|Need for increased scholarship funds
- Insufficient funds were provided when the former TUNS programs were included in the scholarship reallocation process. These programs still feel hard done by. On the other hand, all other things being equal, the programs they have joined will suffer losses in their scholarship allocation unless the shortfall is made up.
- Several questions were aimed at the urgent need for us to be able to make competitive offers to outstanding students. The following account provides a vivid illustration. After being admitted, an NSERC-funded student visited my department 2 years ago to help him decide whether to come here. Afterward he wrote, "I've been trying to decide between the U of C and Dalhousie all week. I think that the atmosphere is more friendly at Dal, and as a group the Dal neuroscience researchers are probably stronger. However, I am leaning towards the U of C at this point. I won an Alberta Heritage award that will provide a $5,000 top up to my NSERC, and it will also provide a $1,000 research allowance. In addition, the U of C has a "Fee Scholarship" that pays the tuition of students that apply with a peer-reviewed national or international award. I'm not in it for the money - otherwise I would have applied to medical school :-) - but by going to the U of C I can stay out of debt."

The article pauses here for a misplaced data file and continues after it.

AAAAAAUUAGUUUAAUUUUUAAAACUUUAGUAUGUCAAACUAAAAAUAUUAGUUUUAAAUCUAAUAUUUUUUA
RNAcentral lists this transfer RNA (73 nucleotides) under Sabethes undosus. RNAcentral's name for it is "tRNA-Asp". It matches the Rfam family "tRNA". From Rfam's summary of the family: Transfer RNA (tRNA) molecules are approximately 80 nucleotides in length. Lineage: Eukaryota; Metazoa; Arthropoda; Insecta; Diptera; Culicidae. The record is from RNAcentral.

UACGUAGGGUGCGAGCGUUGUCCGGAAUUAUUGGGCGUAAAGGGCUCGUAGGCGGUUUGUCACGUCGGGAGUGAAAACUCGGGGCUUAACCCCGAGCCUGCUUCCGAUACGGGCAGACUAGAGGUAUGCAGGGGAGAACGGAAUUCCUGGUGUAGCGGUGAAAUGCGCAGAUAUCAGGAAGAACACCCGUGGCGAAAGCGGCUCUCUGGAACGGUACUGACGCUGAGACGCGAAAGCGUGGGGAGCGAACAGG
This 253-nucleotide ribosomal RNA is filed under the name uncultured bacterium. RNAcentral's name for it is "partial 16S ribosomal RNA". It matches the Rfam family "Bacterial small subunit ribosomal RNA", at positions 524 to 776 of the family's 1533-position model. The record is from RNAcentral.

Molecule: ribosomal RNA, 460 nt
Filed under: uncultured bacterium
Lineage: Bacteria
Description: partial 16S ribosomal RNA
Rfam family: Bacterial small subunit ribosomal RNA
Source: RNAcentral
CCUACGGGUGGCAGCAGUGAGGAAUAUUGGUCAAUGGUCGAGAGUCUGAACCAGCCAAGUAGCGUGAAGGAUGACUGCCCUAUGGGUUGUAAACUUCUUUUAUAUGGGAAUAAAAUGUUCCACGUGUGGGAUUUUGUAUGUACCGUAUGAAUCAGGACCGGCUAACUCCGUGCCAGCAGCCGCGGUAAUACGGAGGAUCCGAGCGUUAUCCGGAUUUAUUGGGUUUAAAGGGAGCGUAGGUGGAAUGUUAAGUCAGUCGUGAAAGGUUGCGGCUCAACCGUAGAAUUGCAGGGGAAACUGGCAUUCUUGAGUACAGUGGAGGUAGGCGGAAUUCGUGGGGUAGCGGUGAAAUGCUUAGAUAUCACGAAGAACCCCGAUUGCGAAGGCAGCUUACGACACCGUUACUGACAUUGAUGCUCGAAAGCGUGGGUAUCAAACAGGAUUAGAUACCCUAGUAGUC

This is but one of many examples of our problem. The solution rests in securing additional funds.
- Whereas, thanks to the forward thinking Killams, Dalhousie has a healthy endowment for the support of graduate scholarships, we are nevertheless disadvantaged by the fact that unlike most other provinces, Nova Scotia does not have its own scholarship program. An effective lobbying effort, preferably involving the cooperation of our sister Universities with graduate programs, must be put in place to convince the Nova Scotia Government to establish a province-wide graduate scholarship system. That Premier John Hamm's son earned a PhD from Dalhousie a few years ago may help us succeed in this.
- A dedicated fundraising effort, with the fullest support of the University, must be aimed at graduate scholarships.